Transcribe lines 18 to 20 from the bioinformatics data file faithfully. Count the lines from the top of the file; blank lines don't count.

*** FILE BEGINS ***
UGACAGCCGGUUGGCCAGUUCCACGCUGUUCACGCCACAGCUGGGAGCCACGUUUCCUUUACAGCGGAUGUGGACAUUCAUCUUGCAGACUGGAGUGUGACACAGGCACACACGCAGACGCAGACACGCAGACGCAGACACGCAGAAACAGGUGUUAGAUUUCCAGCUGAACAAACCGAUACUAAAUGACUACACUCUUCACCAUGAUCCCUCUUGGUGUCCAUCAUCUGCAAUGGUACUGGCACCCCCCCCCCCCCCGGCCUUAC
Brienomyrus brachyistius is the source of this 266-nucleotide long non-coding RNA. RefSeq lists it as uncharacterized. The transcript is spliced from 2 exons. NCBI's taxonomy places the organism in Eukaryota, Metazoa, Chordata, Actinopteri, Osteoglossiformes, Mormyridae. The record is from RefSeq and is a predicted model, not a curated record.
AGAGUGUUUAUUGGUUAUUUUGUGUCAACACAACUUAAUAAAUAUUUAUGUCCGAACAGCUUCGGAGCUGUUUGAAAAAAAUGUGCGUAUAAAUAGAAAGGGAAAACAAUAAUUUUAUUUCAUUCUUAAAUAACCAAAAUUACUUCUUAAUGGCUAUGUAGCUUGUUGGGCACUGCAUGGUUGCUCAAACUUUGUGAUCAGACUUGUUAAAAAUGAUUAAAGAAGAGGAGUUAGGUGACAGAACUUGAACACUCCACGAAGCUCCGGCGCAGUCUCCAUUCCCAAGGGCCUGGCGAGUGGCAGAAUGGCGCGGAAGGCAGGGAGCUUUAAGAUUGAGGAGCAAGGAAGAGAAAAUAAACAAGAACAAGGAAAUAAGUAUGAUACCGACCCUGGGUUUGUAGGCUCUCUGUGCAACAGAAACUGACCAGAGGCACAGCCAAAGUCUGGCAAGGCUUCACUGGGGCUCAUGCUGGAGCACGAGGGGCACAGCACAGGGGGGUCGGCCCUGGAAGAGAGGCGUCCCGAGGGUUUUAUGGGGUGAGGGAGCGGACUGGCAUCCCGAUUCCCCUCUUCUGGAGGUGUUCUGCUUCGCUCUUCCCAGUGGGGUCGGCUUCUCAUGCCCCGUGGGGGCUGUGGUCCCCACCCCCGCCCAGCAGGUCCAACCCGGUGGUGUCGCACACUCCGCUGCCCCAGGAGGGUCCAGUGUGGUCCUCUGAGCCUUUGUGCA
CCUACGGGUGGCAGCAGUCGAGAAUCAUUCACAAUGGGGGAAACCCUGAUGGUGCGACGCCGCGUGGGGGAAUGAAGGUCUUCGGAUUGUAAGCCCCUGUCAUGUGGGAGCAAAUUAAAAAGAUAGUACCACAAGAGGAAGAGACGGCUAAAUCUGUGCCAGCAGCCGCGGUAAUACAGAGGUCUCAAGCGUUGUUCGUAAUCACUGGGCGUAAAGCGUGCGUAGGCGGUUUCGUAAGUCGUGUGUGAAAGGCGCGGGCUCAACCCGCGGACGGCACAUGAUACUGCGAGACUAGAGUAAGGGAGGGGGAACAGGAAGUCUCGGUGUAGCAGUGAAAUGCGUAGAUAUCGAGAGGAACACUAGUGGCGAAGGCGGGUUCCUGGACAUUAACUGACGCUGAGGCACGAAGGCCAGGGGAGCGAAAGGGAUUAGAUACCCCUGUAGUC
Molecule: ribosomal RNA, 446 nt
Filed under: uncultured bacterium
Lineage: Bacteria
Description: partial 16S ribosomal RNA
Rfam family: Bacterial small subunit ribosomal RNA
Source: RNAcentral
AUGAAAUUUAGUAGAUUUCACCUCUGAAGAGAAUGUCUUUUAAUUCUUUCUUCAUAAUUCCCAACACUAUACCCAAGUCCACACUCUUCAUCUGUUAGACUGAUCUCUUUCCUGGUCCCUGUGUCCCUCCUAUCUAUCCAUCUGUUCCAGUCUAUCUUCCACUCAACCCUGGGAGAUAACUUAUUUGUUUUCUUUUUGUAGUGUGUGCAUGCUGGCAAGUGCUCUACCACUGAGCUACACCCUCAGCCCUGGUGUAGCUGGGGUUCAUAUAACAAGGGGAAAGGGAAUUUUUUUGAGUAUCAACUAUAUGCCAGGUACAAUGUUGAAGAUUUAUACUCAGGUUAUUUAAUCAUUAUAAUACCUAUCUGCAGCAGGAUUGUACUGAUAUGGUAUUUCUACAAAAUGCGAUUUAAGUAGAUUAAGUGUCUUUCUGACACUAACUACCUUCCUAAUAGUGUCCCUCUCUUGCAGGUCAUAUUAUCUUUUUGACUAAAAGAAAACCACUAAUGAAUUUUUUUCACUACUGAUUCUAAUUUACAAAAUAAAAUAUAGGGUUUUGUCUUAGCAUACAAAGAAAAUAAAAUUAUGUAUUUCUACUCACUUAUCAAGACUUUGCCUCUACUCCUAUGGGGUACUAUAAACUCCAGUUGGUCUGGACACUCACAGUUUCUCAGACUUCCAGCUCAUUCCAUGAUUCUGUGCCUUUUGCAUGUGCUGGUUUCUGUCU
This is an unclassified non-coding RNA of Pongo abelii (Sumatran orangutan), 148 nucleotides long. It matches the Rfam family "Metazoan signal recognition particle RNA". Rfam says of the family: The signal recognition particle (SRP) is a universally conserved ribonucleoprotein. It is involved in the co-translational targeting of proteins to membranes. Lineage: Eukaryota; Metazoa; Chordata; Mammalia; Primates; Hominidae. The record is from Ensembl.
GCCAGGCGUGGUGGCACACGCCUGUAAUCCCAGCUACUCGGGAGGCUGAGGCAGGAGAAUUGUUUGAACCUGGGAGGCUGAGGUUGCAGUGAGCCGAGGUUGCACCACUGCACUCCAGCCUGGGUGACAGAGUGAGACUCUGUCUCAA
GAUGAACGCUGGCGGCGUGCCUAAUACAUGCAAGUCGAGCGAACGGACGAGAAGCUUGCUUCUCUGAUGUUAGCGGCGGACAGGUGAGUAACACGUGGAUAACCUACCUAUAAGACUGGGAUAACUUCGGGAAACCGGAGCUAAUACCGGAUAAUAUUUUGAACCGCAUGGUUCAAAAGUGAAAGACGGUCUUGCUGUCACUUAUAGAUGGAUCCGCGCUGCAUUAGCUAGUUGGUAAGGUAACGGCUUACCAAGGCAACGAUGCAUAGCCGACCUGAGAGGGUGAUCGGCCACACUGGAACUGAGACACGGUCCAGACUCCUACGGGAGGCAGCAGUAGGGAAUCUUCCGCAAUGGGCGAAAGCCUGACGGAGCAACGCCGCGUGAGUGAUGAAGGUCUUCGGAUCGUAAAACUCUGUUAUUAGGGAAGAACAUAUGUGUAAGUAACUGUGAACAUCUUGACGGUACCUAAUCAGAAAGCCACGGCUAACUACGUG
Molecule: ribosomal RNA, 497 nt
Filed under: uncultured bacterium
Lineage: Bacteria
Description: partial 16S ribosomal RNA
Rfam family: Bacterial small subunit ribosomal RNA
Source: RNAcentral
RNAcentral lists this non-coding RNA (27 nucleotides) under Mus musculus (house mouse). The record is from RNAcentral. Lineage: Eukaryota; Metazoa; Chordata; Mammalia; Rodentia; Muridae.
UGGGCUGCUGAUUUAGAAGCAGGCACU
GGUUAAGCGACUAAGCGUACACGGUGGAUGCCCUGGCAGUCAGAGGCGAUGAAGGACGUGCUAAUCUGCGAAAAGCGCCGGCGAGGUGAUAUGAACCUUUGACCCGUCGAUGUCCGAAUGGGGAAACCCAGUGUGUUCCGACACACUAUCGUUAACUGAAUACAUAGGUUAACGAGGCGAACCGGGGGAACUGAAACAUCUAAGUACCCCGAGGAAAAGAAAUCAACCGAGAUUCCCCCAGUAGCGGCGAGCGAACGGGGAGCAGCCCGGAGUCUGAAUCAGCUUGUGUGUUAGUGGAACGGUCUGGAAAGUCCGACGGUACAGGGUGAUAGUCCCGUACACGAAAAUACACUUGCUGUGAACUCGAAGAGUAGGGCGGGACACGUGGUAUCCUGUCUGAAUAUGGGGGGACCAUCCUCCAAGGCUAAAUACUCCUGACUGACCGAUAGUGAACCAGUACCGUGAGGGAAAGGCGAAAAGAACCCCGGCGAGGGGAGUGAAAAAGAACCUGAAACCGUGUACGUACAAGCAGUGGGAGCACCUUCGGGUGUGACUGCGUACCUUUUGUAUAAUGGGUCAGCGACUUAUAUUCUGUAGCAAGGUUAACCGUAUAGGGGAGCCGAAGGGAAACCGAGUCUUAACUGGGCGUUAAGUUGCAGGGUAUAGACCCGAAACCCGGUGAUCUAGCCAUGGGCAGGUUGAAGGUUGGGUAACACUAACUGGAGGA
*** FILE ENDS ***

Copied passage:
Description: partial 16S ribosomal RNA
Rfam family: Bacterial small subunit ribosomal RNA
Source: RNAcentral